What’s it like writing love songs as a young queer artist?
For me, it’s just about writing about my experiences of life and how I perceive it. I don’t feel like it’s bold or anything; it’s just normal for me. Luckily I haven’t had any bad reactions yet because I don’t think the boomers have found my music!
What message do you want people to take away from your music?
Whatever they need. I definitely have something I want to say in each song but I don’t really want to dictate what it’s supposed to feel like for someone. I’m just like, “I wrote this song and I thought it was cool and I’m gonna put it out and if it matters to you in any sort of way, then that’s great”.
What would you say has been the reaction to the frank portrayal of queerness in your music?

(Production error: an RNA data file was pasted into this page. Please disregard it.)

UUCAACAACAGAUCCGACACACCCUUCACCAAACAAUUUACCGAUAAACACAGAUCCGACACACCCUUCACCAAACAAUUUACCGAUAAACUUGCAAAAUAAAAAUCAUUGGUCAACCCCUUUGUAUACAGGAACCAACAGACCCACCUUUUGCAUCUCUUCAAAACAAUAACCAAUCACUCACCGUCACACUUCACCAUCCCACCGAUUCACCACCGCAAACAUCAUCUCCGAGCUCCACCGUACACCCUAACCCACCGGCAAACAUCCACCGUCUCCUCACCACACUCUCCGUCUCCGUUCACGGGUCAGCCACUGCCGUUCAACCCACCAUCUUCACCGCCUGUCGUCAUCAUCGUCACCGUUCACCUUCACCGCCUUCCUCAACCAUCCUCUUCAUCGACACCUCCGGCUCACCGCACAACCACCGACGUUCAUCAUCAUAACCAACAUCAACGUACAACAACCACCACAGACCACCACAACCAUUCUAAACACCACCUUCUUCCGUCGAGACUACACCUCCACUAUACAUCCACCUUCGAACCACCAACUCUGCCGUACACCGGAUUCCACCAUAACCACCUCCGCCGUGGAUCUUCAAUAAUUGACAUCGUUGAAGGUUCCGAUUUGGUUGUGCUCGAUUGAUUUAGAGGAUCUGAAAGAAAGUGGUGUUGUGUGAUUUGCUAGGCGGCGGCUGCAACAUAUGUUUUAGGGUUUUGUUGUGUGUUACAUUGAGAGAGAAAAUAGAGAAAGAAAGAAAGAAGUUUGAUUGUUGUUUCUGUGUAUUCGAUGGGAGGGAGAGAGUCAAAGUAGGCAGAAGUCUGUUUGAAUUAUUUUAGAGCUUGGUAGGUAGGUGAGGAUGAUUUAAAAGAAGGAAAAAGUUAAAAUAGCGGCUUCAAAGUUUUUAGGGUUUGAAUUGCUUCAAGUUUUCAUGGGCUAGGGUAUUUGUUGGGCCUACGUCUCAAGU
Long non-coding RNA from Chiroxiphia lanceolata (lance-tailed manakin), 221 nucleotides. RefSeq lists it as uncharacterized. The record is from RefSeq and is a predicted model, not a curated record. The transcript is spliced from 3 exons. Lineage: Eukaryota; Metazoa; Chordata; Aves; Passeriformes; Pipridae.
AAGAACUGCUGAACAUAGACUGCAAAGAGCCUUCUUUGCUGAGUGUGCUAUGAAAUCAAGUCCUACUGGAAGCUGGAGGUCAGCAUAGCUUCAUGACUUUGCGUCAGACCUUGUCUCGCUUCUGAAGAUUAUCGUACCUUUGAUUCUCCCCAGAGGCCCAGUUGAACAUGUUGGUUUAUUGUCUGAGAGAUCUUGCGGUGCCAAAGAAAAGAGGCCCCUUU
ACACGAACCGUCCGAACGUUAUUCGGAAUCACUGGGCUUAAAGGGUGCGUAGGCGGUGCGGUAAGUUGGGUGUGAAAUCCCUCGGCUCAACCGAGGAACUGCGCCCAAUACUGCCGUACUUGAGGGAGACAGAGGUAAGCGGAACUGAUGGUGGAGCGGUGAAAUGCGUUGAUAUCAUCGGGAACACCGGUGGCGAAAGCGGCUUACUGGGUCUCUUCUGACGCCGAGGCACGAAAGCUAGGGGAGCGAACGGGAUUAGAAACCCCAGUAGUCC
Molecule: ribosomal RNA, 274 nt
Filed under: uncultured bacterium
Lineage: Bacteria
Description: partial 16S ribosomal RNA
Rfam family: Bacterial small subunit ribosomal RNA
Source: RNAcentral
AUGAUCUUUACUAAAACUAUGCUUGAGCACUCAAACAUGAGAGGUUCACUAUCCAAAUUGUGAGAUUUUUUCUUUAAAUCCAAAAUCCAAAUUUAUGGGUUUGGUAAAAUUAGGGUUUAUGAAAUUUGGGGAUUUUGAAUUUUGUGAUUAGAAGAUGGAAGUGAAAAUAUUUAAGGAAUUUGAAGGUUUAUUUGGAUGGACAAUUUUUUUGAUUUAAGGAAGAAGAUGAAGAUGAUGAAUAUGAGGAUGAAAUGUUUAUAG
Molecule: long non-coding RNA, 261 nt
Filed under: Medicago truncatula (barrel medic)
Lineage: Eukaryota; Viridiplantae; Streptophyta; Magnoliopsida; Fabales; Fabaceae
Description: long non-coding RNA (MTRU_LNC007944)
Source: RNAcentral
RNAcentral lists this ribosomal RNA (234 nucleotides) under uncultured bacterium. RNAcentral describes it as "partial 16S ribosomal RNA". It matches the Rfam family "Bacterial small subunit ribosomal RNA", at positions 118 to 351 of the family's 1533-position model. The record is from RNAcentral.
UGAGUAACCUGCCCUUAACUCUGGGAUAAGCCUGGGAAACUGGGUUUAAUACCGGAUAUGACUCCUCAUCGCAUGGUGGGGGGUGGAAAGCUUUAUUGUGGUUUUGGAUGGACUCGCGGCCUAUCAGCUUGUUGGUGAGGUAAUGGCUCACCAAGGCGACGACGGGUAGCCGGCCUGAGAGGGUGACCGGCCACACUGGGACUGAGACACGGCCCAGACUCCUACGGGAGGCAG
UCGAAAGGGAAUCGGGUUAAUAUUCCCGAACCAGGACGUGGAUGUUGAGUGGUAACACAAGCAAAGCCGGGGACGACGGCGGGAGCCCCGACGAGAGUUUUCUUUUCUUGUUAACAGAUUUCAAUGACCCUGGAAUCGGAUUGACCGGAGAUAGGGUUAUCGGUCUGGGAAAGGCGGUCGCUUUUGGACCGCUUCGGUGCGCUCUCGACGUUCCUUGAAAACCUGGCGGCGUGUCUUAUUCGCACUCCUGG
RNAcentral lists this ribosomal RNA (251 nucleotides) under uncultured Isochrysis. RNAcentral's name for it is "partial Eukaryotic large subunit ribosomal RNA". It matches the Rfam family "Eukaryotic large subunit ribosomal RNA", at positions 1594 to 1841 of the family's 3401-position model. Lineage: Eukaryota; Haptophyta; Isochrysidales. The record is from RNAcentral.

I’ve had some people straight up say, “I fucking love you because you helped me to accept my sexuality”. Some people use my music to accept themselves, and to have people tell me their stories and tear up in front of me has been very weird, but also really beautiful. It’s strange to see someone be so honest with you when you literally met them two minutes ago. People feel a really strong connection to my music.
Do you have a big LGBTQI+ fan base?
There’s a lot of gays here and there’s a lot straights who feel the need to say that they’re not gay. I don’t know who’s who but I think I do have a queer fan base, which is good because the queers need some representation. But we need the straights too and that’s something I wish to see more; people being happy that straight people are being nice to gay people.
What advice would you give to your younger queer self?